If you won the lottery, would you keep working at your current job?
For a group of 11 work friends in California who won a $543 million lottery prize, it's not a hypothetical question.
"We want to keep our jobs," said Richard Reyes, one of the 11 winners. "We love that company. We love what we've built there. We have a good time and want to stay together."
Surprising, right? It's one thing for a lottery winner to keep working. Most winners do in fact keep working--although many change jobs, situations, or even careers. But for 11 people at a single company to win, and all of them apparently decide to keep working together? That's stunning.
Of course I wanted to know the company. What place of employment could be so amazing that 11 newly minted millionaires want to keep working there?
Unfortunately, the California Lottery isn't saying, and Reyes is the only one of the 11 who came forward. We know it's "in the financial industry." Also it has to be within driving distance of "Ernie's Liquors" in San Jose, California, which sold the winning ticket.
There's also the possibility that Reyes is putting us on, and the whole group gave notice within minutes of winning. But let's suspend our disbelief.
Even though we don't know the company, we do know some things that would have to be true about it. Just ask yourself--what would your company have to be like, for nearly a dozen sudden multimillionaire employees to want to keep working?
1. It would need a truly compelling mission.
Take away the financial incentive, and you'd have to offer something truly gripping to encourage people to come to work anyway. Your company needs a mission that sucks people in, and makes them happy and fulfilled about how they're spending their days.
2. It would need truly amazing people.
You spend as much time with your coworkers as you do with anyone in your life. But would you spend time with them if money were no object and you no longer had to work? Would they spend time with you, if they no longer had to work?
3. It would need to instill pride and a sense of accomplishment.
This is related to #1: an amazing mission. But as employees think about the mission and hopefully believe in it, they also want to feel like they are personally, actively contributing to it. A company would need to ensure that its employees have these kinds of roles.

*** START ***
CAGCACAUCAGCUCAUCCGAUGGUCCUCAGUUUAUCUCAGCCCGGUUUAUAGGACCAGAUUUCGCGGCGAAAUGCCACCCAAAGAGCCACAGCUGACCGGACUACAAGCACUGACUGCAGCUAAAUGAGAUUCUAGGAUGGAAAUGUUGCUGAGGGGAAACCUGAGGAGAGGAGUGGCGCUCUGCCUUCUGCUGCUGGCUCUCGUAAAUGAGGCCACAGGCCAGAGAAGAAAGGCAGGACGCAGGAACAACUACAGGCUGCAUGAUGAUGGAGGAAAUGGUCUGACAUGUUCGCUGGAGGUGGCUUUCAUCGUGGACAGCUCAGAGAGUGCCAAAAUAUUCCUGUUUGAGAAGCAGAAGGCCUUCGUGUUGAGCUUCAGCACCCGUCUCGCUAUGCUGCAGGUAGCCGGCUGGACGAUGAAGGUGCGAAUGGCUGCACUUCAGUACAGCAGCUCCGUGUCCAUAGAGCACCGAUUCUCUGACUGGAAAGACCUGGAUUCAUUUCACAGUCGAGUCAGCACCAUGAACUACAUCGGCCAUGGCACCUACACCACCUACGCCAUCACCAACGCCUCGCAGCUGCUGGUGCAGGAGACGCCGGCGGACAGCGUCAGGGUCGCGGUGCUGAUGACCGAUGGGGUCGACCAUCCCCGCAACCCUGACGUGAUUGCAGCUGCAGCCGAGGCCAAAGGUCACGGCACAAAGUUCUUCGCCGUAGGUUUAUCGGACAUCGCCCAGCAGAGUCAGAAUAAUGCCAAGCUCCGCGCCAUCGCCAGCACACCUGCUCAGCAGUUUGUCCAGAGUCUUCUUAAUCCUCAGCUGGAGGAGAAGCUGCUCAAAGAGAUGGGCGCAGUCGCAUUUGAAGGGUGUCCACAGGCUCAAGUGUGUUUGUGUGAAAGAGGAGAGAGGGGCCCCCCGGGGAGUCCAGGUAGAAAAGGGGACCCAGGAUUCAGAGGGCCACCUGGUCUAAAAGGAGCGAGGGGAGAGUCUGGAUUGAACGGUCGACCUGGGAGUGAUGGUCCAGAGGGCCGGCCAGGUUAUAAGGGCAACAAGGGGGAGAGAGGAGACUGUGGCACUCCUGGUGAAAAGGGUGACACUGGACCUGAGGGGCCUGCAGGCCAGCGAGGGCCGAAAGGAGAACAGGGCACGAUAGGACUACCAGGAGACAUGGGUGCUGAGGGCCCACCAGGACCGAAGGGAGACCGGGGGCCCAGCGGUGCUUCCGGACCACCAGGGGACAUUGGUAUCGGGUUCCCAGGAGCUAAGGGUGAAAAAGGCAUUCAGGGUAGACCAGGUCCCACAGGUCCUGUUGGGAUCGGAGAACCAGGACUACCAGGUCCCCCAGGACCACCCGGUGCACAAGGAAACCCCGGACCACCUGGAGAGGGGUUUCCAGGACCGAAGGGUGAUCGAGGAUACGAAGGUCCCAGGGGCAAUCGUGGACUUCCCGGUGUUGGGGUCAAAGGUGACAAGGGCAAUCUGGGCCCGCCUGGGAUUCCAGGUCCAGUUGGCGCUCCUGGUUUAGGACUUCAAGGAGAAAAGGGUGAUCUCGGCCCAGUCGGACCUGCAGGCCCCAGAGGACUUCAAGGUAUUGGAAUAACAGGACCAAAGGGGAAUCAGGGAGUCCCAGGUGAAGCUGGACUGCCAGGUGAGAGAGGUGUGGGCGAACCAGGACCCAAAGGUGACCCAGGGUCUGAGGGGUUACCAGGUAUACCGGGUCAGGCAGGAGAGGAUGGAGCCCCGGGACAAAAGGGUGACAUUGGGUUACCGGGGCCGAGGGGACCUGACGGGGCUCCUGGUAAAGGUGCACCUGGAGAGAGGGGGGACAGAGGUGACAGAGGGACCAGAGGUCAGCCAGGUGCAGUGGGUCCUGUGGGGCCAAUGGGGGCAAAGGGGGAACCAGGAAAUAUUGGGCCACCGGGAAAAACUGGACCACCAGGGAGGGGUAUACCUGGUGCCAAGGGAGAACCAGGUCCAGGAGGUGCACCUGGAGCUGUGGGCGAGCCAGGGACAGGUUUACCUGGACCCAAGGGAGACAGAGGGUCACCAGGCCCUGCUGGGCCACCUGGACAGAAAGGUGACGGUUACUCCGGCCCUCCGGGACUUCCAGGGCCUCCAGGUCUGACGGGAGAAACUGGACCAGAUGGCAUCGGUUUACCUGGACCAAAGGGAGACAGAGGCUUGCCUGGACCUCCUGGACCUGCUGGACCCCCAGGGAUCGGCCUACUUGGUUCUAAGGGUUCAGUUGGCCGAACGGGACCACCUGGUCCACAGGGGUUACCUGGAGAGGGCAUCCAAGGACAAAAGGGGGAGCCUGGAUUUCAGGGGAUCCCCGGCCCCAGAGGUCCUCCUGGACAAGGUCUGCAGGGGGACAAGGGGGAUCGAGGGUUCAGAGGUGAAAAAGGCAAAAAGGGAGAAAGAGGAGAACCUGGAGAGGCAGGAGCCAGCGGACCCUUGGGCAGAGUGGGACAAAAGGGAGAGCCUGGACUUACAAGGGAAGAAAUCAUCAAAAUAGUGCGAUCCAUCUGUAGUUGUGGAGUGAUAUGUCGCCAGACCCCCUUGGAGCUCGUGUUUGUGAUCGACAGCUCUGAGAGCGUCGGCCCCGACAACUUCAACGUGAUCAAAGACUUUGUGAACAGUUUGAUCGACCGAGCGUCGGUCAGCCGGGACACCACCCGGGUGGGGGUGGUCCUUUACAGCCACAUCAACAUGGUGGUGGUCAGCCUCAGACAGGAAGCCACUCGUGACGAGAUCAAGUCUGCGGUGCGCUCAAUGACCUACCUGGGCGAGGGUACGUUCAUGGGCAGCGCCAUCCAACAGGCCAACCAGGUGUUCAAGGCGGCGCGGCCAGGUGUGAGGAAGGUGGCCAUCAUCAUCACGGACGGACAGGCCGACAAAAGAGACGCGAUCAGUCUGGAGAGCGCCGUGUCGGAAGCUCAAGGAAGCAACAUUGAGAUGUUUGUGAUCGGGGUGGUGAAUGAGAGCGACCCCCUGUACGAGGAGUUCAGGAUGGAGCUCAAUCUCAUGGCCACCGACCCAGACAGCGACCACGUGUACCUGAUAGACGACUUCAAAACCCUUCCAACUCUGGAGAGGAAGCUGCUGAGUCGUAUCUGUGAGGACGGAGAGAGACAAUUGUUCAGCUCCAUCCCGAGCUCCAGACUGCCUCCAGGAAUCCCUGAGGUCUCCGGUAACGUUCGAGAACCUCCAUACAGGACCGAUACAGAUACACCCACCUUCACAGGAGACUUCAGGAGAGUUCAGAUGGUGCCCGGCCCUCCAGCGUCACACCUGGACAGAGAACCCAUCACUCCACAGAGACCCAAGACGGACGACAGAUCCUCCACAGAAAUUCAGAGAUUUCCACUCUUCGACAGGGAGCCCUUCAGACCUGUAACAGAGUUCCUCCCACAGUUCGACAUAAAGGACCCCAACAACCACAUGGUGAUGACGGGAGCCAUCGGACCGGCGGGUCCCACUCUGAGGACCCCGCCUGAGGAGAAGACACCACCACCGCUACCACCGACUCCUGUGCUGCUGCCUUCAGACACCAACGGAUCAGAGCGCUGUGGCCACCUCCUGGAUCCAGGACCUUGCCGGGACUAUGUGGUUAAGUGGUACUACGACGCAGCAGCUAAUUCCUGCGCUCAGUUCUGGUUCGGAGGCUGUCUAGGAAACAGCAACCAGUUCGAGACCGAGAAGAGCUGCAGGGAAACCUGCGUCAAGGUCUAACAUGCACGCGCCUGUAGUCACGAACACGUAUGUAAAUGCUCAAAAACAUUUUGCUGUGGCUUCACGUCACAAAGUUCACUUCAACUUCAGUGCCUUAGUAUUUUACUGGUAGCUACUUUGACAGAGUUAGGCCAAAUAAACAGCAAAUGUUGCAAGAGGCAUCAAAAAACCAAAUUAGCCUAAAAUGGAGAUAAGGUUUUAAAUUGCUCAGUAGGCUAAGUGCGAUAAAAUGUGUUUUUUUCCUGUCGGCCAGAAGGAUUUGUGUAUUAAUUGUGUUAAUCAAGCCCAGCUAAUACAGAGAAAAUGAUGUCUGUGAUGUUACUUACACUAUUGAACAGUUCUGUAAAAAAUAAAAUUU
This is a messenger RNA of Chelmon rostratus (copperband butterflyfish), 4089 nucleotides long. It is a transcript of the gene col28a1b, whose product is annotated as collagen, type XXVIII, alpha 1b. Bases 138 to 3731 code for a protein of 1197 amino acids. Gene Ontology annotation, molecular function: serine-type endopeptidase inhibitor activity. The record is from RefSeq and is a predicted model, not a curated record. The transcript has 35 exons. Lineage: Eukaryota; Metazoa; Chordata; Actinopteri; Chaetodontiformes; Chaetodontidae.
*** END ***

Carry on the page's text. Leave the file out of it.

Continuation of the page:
4. It would need to demonstrate respect.
Employees want to feel that the people they work with recognize their contributions, too. Everyone wants to feel appreciated. This is actually where I'd list compensation packages--obviously employees worth almost $50 million might not really need the money, but paying them fairly or even generously sends a signal that you respect them.
5. It would need to provide for growth.
People want to learn. People want to expand their horizons. They want to take on more, and do it well. They want to grow. The kind of amazing company we're talking about here would invest in its workers, and give them every opportunity to become more than they were before.
6. It would need to make the bad parts bearable.
The goal here isn't to describe utopia. Everyone's work has pain points. Maybe your commute is rough. Maybe you don't like the office location. Maybe you have one toxic coworker who makes everything else a little tougher. The amazing company we're talking about would offer solutions, and make these pain points easier to deal with.
7. It would need to offer escapes.
By "escapes," I mean time away. Even people who work for the world's best company need vacations and other escapes. I suspect that pressure would be even greater if a large percentage of your employees were suddenly millionaires.
I'm going to add one more counterintuitive thing: the perfect company like this wouldn't be eager for the newly minted millionaires to return. I can only imagine the odd dynamic between them and the larger group of non-millionaires, for example.
And I think I'd always be concerned that having nearly a dozen employees who really don't need to work for you, means running the risk each day of losing nearly a dozen employees.
But set that aside. Even if neither you nor your employees suddenly acquires a windfall like this, why not try to create a company that fulfills these attributes, anyway? I suspect you'd wind up with loyalty among employees that money could never buy.